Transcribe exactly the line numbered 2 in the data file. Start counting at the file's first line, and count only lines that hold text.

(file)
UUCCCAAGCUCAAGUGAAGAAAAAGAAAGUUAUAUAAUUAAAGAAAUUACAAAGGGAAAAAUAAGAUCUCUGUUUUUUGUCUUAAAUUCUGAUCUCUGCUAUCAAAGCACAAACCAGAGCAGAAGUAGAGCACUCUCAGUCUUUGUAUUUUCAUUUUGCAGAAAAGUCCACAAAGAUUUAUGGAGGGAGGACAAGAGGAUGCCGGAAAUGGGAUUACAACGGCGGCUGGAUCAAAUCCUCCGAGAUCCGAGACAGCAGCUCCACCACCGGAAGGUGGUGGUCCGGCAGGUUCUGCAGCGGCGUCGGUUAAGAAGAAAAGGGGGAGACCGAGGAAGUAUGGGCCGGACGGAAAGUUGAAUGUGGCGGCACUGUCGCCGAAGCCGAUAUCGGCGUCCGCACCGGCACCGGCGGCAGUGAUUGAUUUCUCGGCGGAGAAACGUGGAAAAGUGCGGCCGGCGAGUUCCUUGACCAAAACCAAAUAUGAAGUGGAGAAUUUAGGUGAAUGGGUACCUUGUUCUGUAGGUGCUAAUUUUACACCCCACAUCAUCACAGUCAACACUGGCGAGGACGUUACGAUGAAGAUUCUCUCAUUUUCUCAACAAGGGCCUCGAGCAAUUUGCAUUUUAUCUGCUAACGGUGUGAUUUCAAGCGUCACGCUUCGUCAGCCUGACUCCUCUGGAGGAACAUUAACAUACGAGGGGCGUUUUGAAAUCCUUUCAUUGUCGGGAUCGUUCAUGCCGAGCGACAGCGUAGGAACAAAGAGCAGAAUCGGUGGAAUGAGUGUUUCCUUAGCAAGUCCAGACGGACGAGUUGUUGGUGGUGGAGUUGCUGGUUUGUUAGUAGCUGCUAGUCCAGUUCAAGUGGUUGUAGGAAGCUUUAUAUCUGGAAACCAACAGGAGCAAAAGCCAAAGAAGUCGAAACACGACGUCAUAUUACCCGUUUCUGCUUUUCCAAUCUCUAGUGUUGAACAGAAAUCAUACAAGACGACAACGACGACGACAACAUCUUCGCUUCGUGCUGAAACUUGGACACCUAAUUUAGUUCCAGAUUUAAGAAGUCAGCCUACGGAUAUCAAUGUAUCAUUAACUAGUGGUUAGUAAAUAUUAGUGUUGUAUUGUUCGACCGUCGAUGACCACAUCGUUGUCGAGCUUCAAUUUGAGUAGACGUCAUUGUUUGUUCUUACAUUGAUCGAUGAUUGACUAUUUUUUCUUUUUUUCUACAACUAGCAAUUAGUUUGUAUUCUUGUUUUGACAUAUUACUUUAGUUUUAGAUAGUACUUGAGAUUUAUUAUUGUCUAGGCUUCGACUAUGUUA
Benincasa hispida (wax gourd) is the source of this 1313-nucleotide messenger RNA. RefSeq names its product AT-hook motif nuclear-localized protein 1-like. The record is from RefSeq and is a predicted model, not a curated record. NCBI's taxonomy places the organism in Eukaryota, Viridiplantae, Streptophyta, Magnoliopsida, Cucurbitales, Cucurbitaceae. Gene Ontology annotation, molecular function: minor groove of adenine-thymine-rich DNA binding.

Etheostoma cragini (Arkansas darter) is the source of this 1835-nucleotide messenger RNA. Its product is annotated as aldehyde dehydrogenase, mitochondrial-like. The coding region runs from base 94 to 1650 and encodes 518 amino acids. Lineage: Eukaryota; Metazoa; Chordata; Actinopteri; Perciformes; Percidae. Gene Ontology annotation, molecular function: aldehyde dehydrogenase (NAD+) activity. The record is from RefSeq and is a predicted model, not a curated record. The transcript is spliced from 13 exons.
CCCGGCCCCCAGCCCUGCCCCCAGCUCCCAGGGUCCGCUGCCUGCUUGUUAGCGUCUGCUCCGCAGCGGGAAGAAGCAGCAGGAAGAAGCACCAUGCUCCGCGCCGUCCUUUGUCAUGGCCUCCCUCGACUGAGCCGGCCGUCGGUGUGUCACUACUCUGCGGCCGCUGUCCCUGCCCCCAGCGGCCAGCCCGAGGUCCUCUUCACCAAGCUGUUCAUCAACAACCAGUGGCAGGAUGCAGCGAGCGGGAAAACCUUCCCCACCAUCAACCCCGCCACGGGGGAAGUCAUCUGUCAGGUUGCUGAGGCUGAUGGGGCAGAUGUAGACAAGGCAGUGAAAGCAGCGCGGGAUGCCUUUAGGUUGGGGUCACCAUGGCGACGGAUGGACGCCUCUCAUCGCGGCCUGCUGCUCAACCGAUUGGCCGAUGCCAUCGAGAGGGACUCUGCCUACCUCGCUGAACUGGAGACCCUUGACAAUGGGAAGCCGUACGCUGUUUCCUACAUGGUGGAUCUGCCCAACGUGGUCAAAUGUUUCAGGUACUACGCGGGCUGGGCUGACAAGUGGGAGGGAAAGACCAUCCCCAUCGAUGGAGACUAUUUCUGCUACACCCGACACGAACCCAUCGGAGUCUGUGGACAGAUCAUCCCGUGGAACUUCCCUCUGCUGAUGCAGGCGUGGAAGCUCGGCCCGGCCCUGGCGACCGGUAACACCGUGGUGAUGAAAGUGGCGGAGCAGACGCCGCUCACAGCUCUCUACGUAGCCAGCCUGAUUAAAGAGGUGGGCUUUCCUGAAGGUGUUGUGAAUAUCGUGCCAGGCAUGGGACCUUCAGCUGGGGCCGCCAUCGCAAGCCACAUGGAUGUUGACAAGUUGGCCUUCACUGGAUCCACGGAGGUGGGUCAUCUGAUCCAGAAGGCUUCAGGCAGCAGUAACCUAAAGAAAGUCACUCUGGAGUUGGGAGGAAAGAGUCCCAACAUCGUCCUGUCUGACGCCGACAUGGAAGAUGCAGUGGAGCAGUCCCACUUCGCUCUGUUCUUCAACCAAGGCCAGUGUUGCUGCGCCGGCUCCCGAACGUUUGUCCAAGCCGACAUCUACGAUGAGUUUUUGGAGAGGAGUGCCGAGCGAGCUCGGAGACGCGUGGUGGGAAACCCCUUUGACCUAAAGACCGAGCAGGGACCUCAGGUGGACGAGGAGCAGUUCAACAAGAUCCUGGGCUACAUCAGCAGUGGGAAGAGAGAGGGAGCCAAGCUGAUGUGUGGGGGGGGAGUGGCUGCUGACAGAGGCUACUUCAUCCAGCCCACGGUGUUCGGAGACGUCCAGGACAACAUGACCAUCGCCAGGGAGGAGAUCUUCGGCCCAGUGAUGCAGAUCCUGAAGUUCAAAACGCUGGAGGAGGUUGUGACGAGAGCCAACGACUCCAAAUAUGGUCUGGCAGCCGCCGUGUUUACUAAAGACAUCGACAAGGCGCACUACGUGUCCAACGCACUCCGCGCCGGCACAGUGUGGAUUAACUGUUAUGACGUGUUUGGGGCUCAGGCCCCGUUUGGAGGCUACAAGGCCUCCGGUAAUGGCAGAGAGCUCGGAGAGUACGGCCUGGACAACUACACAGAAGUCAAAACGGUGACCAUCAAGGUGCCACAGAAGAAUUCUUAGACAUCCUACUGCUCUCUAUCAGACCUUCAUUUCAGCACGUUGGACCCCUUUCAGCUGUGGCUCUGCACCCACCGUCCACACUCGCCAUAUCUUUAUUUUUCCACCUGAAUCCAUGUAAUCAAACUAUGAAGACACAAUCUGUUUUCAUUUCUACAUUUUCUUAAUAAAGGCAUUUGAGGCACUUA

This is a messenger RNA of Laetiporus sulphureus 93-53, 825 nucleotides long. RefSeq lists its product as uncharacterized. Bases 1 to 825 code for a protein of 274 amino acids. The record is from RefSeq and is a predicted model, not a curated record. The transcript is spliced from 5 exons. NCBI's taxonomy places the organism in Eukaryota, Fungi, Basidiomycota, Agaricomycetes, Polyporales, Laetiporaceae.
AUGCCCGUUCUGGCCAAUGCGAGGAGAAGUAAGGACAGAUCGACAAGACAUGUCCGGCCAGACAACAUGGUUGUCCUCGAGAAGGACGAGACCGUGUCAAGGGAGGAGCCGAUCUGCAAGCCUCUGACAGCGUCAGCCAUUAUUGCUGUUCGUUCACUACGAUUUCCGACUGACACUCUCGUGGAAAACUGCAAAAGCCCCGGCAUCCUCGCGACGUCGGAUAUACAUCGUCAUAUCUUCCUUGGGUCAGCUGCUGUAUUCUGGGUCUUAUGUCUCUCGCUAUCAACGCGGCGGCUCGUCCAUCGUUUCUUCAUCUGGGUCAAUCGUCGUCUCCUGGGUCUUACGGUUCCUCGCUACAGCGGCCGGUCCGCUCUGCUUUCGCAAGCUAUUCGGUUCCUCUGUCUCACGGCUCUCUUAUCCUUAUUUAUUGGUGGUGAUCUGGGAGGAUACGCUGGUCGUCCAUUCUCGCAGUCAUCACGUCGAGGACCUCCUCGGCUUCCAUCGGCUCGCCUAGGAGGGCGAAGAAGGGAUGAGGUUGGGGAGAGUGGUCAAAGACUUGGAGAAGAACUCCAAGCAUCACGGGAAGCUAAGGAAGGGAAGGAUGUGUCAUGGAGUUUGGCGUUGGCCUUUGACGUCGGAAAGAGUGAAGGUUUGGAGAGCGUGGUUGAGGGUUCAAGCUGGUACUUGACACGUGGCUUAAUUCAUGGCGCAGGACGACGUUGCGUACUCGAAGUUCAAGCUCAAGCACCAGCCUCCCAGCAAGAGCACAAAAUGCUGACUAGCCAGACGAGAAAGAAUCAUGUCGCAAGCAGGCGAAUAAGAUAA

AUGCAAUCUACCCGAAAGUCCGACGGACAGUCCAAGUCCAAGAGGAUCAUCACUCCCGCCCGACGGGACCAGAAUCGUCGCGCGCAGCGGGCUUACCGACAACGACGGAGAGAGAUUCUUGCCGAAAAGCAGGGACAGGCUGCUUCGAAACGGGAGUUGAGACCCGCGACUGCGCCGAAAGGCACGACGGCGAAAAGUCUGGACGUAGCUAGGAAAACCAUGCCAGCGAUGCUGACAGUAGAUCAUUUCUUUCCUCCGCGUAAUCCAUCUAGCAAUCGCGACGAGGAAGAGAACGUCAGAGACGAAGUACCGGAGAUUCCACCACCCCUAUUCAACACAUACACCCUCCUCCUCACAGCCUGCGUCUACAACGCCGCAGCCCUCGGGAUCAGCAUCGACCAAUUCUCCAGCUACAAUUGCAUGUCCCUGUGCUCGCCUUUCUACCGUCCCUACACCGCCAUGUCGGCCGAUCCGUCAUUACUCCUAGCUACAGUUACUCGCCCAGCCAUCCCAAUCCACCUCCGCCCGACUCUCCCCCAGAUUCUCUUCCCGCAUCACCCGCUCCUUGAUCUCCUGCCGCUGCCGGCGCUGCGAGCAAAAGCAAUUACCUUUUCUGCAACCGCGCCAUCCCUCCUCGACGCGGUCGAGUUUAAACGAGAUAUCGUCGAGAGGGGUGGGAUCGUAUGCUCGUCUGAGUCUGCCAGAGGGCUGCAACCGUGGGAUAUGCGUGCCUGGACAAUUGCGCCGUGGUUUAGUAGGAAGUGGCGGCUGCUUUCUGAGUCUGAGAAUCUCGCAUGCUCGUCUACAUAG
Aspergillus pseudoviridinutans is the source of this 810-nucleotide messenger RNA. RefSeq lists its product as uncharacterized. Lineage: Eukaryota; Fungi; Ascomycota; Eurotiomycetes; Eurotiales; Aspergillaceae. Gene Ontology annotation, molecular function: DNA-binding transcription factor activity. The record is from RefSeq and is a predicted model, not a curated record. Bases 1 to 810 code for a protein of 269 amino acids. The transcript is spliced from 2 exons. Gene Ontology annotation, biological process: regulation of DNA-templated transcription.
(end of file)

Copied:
Benincasa hispida (wax gourd) is the source of this 1313-nucleotide messenger RNA. RefSeq names its product AT-hook motif nuclear-localized protein 1-like. The record is from RefSeq and is a predicted model, not a curated record. NCBI's taxonomy places the organism in Eukaryota, Viridiplantae, Streptophyta, Magnoliopsida, Cucurbitales, Cucurbitaceae. Gene Ontology annotation, molecular function: minor groove of adenine-thymine-rich DNA binding.